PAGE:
Attaching the wings. The lower wings were first and to ensure everything was in alignment, I cleaned the mating surfaces of paint, did a test fit, and applied the Gunze liquid cement. Getting everything properly lined up, I taped the wings down to the work surface to dry. Don’t do this.
Having painted all of the wing and cabane struts with Tamiya tan acrylic, and after that was dry using the basic Wingnut Wings technique for replicating wood that is found on their website, I applied burnt sienna oil paint with a sponge, then removed a great deal of that with a stiff bristled chisel brush to get in some wood grain effects. These have to dry for at least a couple of days, if not more, depending on your locale’s environmental conditions. I suspect there is a liquid agent that would speed up the drying time of oil paint and I’m going to look into this.
While this was curing, I set about drilling all of the rigging holes a bit deeper and cleaning out any paint in them. I decided to use the larger version of EZ Line with the FE because it’s a big airplane and, stretched a bit, I think it looks in scale…and the fine stuff is a little too fine for this airplane. Matter of opinion, though. And, I like black for rigging. Metal-colored rigging lines don’t look right to my eye. I then donned the Optivisor, cut a gazillion pieces of EZ Line, got my tweezers, and commenced to install the rigging lines into the bottom of the top wing assembly. I used a plastic bottle cap that I had indented a bit with a hot drill bit end to form a small cup for holding a puddle of CA. I secured the plastic cup/lid to the work surface with a blob of Blu-Tack.
- Grab a piece of EZ Line near one end with the tweezers.
- Drag the bitter end through the CA until you get a small blob on the end of the line.
- Carefully plug the EZ Line end into the pre-drilled rigging anchor hole.
- Hold it until it sets (or, with your third hand, apply a bit of accelerator to the spot with a toothpick or other suitable tool). I found that it was a good idea to return to each of these anchored bits of line later and apply a small bit of CA to the line where it enters the hole. Gives a secure anchor and bond.
- I used small blobs of Blu-Tack to secure the gathered strands of EZ Line on top of the wing after I was done attaching them all. Better to keep them out of the way when mounting the top wing to the struts.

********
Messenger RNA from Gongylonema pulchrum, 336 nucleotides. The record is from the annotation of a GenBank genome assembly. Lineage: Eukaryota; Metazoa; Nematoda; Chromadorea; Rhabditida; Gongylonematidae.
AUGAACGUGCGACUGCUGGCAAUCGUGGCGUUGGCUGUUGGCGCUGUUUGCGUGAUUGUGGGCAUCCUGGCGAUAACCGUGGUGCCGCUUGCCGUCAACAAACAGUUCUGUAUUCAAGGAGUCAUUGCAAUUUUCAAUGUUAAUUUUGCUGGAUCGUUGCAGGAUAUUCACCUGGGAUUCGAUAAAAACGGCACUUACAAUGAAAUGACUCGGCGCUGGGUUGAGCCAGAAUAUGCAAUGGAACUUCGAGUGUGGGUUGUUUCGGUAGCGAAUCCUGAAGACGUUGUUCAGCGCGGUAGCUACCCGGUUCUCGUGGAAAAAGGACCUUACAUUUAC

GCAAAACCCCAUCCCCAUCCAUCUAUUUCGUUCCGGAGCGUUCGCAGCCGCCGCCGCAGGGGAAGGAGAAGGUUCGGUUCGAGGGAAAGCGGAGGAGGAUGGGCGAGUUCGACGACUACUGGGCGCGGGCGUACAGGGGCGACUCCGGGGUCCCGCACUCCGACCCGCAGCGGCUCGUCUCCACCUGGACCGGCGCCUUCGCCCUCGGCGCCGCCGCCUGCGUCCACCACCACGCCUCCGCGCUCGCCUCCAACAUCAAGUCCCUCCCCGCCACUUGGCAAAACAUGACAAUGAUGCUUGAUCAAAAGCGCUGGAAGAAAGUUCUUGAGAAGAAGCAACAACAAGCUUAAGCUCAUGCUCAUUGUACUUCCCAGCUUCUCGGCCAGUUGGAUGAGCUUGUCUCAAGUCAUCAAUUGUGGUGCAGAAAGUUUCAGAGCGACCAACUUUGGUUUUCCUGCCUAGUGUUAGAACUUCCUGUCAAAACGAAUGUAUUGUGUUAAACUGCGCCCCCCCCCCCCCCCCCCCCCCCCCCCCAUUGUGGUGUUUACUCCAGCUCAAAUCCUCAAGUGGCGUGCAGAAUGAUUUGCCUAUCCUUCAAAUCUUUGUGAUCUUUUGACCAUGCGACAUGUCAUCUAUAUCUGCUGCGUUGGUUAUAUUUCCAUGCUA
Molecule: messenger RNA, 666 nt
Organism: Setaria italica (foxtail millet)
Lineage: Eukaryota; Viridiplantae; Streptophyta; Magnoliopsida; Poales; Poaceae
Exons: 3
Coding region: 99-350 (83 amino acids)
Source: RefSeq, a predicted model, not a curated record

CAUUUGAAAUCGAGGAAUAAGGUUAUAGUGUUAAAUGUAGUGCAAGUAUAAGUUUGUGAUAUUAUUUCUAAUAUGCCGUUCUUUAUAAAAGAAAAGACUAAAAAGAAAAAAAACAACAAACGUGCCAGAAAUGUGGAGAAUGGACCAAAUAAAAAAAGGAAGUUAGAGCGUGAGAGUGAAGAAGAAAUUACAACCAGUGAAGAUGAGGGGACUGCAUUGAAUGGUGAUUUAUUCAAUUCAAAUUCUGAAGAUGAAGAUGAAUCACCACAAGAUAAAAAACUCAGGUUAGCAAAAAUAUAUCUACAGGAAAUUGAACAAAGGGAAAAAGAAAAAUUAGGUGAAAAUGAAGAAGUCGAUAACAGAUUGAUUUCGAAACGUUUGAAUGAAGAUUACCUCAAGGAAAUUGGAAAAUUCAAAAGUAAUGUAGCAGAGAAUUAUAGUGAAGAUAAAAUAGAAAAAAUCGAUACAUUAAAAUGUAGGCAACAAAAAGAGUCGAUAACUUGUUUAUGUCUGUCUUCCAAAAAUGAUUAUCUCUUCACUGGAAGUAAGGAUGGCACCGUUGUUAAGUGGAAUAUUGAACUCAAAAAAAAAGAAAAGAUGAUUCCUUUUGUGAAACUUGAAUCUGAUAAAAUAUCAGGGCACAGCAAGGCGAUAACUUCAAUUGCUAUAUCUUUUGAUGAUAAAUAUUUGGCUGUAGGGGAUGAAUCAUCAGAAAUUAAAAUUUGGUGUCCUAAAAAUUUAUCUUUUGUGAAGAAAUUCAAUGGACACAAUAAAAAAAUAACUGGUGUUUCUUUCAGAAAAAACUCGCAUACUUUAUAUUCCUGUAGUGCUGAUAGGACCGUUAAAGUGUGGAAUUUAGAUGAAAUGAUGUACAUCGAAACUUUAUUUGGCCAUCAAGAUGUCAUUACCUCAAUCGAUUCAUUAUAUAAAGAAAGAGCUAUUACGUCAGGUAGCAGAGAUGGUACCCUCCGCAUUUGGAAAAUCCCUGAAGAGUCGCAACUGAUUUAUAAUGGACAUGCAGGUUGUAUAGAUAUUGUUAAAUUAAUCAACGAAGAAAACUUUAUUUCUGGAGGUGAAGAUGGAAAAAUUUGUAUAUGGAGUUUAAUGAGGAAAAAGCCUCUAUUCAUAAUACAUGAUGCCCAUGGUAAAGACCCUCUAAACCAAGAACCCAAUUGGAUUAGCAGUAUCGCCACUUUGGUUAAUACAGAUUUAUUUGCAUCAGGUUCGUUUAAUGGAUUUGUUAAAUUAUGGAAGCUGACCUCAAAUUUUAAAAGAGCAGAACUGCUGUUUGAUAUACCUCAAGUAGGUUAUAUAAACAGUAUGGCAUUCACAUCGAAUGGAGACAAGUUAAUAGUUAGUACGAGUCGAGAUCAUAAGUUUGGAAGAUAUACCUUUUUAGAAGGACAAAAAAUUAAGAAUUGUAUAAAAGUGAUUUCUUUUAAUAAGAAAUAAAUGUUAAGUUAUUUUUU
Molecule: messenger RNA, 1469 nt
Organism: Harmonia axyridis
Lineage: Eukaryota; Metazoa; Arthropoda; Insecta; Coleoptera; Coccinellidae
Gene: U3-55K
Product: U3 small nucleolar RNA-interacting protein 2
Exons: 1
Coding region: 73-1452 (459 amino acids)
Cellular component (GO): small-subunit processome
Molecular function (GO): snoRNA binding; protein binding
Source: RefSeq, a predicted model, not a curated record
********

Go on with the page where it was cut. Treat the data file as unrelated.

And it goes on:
The strut hardware and those metal bits on the wing surfaces that will later accept rigging and control ‘wires’ were also picked out in semi-gloss black. Once all of that was done, I fitted the struts into position. Take care that you select the correct struts for the version of aircraft you are doing. There are differences. Everything fit properly and securely. No worries about wandering struts here, they socketed in nicely to their holes and stand pretty much where they are supposed to stand. Feeling quite proud of myself, I brought down the big top wing to line up with the struts.
The wing-to-cabane strut alignment was right on. However, the outboard wing bay struts were not reaching their anchor points in the bottom of the top wing. The farther out to the end of the wings, the further the gap. I had a dihedral problem. That was directly attributable to taping the bottom wing to the work surface while it cured. There obviously needs to be a dihedral on the bottom wing to enable the struts to reach their respective anchor points in the wings.
So, after removing the two lower wings from the nacelle (this is easily accomplished by resorting to a number of colorful incantations I learned while in the Navy), I re-attached the bottom wings with what turned out to be pretty much the proper dihedral. If left to their own devices, the wings tend to assume that orientation by themselves. (The Wingnut Wings designers really do know their stuff.)
So, I went at mounting the top wing again. I secured the cabane struts in their sockets and let that dry for a while. Then I worked my way out to the next set of struts, alternating between port and starboard strut pairs, until I had them all secured and glued. I applied a couple of heavy tubs of sculpting materials to the top of the wing until the glue was set but not concrete, then checked the alignment by standing the model on its wings’ leading edges in the empty box lid. Perfect. Then, keeping everything the same, I put the model back on the nacelle and lower wings and loaded them again with the tubs until they were good and dry.
At this point, I have rigged the cabane struts and am working my way outboard for the rest. I bought a bottle of CA accelerator and another hand at Hobby Lobby, so this might go a little faster. Or not.
Next will come the landing gear. I plan to assemble and paint it, but not to install it until the tail booms are on and rigged.
For those who like complex kits that are engineered to be good builds – great detail, not too many fiddly parts, parts that actually fit, and having that “wow!” factor (look at the engine or inside the cockpits on this kit for example) – Wingnut Wings kits should be at the top of your list.
And, for an up-to-date look at the roles of these kinds of aircraft in WWI, the men who flew them and why, I strongly suggest you get a copy of Bloody April: Slaughter in the Skies over Arras, 1917, by Peter Hart. I thought I knew a lot about the WWI air war, but I have only dipped a little below the surface. If you are at all interested in this area, buy this book.